In its own boisterous but rewarding way the first half of 2017 has flown by; the Federal Reserve became less accommodative, American policymakers remained deeply divided, and the threats to the European Union’s survival were rising and fading. Despite these issues the equity markets kept making new highs. Those who exited the market in the beginning of 2017, citing historically high levels, an inexperienced and controversial new U.S. President, and continuing political and religious turmoil around the world, may regret not being strong believers. We are in the third longest economic expansion since 1850 and the second longest bull market in modern history.
In March 2009, the current bull market began with a strong bounce from the panic lows. As the economy started to recover earnings drove stock prices higher. The strength of this bull market came into question between May 2015 and November 2016 when the main market indexes stalled and the Dow Jones Industrial Average actually lost some ground over low oil prices and election anxieties. Since then however, the Dow has risen over 19%, posting seven all-time highs in the month of June alone, the S&P 500 Index added 16%, and the tech-heavy NASDAQ advanced by 22%.
Recent data has persistently shown an expanding economy. Business investment, a weak spot through the last eight years, bounced back to levels not seen since before the financial crisis. Corporate earnings for the first quarter of 2017 rose by 10% to 15%. Consumer spending, comprised of both the ability to spend (income) and the willingness to spend (sentiment), has risen significantly following the low unemployment numbers. Inflation, on the other hand remains stubbornly lower than the Fed’s 2.0% target rate, and wage growth is significantly below levels consistent with full employment. It puts the Fed, with its dual mandate to fight both unemployment and inflation, in a somewhat perilous position. The low unemployment suggests more aggressive rate hikes but low inflation says “not yet”. For now, the Fed sees the risk of keeping the rates low greater than those of raising them, so we expect incremental rate hikes for the remainder of the year. The markets largely expect continued tightening, so we presume the impact of any rate increase will be minimal as the interest rate policy becomes driven by stability rather than change.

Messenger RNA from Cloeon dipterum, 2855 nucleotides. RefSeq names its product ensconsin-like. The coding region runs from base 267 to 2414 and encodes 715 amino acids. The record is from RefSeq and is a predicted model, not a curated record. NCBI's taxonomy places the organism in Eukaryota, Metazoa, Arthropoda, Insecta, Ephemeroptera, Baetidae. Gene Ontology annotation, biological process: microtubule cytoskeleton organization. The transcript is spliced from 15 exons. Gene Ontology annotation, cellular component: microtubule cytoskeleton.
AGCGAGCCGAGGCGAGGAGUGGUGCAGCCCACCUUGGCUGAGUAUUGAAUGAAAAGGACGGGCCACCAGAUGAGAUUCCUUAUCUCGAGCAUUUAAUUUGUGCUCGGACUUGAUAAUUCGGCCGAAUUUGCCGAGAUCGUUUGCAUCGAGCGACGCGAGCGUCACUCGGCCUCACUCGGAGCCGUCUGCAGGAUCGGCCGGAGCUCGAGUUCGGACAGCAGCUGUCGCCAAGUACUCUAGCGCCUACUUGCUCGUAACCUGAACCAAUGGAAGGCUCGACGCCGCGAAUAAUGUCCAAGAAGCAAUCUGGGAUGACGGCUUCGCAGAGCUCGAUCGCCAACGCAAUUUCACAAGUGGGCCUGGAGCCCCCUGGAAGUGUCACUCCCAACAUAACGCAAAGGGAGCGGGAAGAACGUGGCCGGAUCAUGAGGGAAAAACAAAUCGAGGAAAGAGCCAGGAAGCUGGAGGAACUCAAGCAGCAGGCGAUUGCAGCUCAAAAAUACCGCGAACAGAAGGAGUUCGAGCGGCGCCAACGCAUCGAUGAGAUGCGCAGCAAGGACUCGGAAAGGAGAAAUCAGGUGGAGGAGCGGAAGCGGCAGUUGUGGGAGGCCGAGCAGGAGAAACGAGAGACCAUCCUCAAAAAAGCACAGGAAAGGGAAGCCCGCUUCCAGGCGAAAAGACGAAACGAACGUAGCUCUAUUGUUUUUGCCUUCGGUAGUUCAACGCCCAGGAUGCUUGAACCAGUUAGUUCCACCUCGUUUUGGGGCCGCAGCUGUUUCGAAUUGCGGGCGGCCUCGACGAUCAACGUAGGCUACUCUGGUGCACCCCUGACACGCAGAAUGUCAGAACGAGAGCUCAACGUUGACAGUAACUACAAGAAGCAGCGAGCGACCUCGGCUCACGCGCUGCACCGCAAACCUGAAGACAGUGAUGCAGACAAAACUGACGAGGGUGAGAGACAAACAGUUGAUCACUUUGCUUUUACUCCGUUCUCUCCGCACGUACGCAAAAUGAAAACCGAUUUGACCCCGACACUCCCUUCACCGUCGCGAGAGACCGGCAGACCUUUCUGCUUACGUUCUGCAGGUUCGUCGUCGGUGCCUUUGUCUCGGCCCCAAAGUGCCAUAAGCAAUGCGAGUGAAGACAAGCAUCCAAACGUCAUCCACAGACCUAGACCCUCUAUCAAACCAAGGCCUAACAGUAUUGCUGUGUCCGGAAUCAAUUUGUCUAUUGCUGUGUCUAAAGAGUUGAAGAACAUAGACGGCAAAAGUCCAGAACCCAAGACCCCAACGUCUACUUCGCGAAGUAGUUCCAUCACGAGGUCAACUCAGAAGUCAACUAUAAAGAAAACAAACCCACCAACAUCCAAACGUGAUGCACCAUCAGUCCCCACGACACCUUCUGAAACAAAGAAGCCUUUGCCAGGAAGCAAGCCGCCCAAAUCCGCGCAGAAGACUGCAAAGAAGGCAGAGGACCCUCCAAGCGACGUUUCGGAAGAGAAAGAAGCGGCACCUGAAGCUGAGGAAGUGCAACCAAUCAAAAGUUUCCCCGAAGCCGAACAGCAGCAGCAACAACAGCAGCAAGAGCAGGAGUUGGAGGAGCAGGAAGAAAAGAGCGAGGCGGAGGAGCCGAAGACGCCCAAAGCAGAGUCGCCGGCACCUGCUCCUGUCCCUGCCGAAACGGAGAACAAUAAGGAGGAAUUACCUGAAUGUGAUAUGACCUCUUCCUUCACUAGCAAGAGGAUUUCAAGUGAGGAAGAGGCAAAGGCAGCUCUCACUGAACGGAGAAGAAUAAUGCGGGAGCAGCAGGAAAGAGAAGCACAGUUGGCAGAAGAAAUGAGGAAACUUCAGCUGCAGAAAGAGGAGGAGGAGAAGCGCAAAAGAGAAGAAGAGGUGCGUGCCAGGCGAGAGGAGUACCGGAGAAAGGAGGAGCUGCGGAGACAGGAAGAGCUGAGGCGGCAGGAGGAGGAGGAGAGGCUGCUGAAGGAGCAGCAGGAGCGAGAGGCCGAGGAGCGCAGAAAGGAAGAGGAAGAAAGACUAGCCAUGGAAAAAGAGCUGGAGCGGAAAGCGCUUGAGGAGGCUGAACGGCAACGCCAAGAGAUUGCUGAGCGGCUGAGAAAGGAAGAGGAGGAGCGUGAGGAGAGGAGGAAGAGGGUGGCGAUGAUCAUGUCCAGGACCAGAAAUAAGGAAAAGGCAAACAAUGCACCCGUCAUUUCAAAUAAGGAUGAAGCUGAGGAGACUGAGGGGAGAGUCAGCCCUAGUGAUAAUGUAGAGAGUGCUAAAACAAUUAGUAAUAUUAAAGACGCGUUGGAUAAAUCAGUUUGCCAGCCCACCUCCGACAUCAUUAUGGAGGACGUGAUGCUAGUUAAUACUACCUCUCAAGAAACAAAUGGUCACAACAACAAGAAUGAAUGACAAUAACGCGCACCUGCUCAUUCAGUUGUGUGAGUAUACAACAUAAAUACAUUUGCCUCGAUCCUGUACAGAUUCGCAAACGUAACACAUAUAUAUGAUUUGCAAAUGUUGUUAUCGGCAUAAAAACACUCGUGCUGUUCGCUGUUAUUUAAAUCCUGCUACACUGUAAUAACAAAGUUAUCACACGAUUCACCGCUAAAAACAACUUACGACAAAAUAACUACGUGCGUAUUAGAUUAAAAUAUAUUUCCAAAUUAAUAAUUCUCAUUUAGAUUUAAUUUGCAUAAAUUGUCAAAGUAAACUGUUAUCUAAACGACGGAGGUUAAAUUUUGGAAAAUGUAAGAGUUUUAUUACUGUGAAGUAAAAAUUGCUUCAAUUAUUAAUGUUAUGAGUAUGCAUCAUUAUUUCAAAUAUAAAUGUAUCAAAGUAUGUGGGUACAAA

As we enter the second half of this eventful year, we anticipate that additional clarity offered on corporate tax reform in the coming months will provide further insight into profit growth in the coming year, which will justify relatively high stock market valuations. As investors increasingly trust that the economy can withstand the diminishing monetary support, sound fundamentals should continue to support the market and drive it higher. Conversely, challenges surrounding the implementation of President Trump’s agenda from both sides of the aisle, additional rate hikes, the U.S. debt ceiling debate, and the situation with North Korea among other areas of global unrest, will most likely lead to sporadic stretches of stock market volatility.
Aside from the obvious uncertainties we believe that investors should feel good about the market at the mid-point of 2017. The economic expansion is poised to continue. This eight-year old bull market will most likely continue as stocks are in a good position to potentially deliver modest additional gains in the second half of the year.
Dumont & Blake Investment Advisors, LLC
June 30, 2017